I am a senior pursuing my B.S. in Computer Science at Stanford University. I focus on computer vision, specifically in machine learning and infrastructure to make optimized large scale processing of visual data. I am currently doing research under Prof. Pat Hanrahan in Graphics Lab at Stanford where I am working on developing an optimized astronomy pipeline for processing datasets with large images. I have previously done research under Prof. Sigrid Close in Space Environment and Satellite Systems (SESS) lab in the Aero/Astro department at Stanford University where I worked on optimizing pipeline for meteor detection in grayscale video data. Reinforcement learning also interests me and I see it as an important tool in the advancement of artificial intelligence.
In my free time, I love to read papers and articles on astronomy. I have previously worked with several observatories on detection of asteroids, supernovas, variable stars and comets. I discovered a comet, initially named SOHO 2333 and later recognized by Minor Planet Center as C/2012 N1, using the data from SOHO observatory (more). I am an amateur photographer interested in nature, specifically landscapes and wildlife. Some of my photographs are available here. I love playing chess and reading chess books analyzing classical games.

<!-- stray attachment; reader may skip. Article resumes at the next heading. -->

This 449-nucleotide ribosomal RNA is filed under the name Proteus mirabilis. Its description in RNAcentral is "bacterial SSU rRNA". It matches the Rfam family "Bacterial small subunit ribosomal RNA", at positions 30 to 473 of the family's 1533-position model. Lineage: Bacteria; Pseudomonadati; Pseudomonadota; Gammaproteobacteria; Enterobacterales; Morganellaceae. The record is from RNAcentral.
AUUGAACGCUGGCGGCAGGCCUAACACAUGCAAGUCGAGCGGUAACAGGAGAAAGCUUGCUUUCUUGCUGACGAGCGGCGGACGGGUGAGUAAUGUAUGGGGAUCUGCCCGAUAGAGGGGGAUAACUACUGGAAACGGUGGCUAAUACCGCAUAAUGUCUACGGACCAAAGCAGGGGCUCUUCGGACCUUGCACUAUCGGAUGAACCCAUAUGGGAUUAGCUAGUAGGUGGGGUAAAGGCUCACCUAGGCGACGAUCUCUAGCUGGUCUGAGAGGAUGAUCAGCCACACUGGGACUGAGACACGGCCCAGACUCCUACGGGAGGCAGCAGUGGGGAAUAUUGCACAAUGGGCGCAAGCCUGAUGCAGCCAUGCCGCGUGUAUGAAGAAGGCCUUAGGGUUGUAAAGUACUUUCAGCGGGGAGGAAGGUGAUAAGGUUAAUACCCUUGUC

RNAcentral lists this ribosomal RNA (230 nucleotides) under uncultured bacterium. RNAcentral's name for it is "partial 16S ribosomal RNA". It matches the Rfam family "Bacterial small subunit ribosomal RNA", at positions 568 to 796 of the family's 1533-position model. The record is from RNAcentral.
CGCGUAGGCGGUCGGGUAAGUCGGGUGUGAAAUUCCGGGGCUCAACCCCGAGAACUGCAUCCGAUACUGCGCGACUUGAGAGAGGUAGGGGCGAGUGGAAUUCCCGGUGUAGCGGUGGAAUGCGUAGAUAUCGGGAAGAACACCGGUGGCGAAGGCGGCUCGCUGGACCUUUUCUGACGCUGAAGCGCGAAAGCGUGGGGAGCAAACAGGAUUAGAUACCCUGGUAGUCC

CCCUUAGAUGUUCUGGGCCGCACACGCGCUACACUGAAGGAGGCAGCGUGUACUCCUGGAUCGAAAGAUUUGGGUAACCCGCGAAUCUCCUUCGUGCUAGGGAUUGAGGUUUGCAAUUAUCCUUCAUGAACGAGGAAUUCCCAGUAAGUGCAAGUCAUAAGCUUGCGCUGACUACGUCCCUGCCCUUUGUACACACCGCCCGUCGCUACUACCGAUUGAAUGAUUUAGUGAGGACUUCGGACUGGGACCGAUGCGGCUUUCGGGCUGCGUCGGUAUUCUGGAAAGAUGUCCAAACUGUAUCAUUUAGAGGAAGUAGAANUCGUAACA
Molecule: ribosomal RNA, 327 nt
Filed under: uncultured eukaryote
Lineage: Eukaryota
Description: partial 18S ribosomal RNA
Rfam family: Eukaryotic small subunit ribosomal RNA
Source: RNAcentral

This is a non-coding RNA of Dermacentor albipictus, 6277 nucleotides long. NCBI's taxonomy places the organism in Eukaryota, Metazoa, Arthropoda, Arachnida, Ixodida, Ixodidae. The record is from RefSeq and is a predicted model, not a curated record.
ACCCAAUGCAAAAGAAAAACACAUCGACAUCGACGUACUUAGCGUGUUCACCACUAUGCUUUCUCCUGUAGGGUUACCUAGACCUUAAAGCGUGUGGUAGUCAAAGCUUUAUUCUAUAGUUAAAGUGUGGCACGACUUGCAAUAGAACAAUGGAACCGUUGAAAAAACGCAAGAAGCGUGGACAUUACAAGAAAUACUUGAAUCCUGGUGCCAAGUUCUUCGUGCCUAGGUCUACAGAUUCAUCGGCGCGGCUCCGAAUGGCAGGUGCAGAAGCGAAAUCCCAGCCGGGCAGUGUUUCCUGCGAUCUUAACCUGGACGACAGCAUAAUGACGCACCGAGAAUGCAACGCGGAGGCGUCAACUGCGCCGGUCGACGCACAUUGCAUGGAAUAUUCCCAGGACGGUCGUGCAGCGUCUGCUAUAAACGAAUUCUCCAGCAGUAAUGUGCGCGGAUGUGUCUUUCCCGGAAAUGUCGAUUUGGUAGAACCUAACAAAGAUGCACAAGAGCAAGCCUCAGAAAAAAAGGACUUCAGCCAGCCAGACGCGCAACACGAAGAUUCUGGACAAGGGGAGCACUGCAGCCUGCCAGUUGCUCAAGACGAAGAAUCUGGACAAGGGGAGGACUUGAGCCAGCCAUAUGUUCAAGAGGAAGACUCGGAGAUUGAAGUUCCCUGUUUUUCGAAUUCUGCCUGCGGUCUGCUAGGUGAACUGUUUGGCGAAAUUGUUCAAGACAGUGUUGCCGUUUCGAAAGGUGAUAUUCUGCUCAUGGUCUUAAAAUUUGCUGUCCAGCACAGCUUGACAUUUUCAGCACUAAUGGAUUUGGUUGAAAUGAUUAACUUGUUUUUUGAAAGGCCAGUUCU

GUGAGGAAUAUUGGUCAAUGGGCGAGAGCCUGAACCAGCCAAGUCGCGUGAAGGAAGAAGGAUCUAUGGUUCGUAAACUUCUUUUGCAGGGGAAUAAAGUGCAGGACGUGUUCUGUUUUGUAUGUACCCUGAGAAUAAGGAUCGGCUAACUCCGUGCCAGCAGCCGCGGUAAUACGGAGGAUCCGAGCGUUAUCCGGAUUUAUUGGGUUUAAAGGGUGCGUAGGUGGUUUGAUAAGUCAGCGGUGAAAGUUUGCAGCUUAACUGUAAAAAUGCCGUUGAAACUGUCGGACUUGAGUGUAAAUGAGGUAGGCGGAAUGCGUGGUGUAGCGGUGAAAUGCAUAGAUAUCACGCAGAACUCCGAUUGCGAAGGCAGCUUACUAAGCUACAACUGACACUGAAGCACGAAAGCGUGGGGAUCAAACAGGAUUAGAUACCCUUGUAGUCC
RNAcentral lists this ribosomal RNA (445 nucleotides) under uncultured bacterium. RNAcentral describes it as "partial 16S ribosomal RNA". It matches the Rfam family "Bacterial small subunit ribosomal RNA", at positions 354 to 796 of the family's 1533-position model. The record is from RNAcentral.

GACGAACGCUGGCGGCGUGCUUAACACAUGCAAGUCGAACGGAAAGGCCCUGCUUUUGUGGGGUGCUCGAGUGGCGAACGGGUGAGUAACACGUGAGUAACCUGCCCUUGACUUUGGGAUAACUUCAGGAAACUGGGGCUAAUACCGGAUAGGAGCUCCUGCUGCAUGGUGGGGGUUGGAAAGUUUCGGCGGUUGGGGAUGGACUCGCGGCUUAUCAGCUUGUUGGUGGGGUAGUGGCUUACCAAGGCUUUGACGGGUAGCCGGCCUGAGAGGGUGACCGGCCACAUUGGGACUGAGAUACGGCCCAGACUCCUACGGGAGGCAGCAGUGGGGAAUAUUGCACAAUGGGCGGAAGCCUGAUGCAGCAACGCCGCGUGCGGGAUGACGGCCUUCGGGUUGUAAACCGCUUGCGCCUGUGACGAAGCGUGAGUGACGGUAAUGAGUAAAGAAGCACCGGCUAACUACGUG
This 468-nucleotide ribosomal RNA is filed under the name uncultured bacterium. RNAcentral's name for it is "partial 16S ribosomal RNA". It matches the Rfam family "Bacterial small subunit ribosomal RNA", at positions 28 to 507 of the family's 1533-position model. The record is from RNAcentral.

In this paper, we propose methods to classify the time taken of a picture in two ways: using user submitted tags, namely “morning”, “afternoon”, “evening” and “night” and four time buckets (i.e. 12 AM to 6 AM, 6 AM to 12 PM, etc.). Among the prediction models used were vanilla SVMs and their variants, along with Convolutional Neural Networks ranging from three layer architectures to deeper networks, namely, AlexNet and VGGNet.Paper Poster
This paper aims to identify which metrics in baseball are meaningful in predicting whether a pitcher will get injured before a particular season. We use feature filtering techniques such as PCA and mutual information analysis todetermine which features provide the most useful information regarding whether a player will get injured in the context of a season. We define a cost function and build a framework that takes into account the asymmetric reward and cost associated with correctly (or incorrectly) predicting injuries. We then vary the sets of features on various machine learning techniques (i.e., SVM and Linear Regression) to test each model within our framework and compute a utility score for each model.Paper Poster
In this paper, we apply a variation of genetic algorithms, called grammatical evolution, to a single-agent and a multi-agent benchmark problem. Rock- Sample problem is used as the single-agent problem, and baseline scores are generated from common POMDP solvers as well as two heuristic expert-provided policies. For the multi-agent problem, a novel problem is proposed, called BorderCross, which models a multi-robot coordination problem.Paper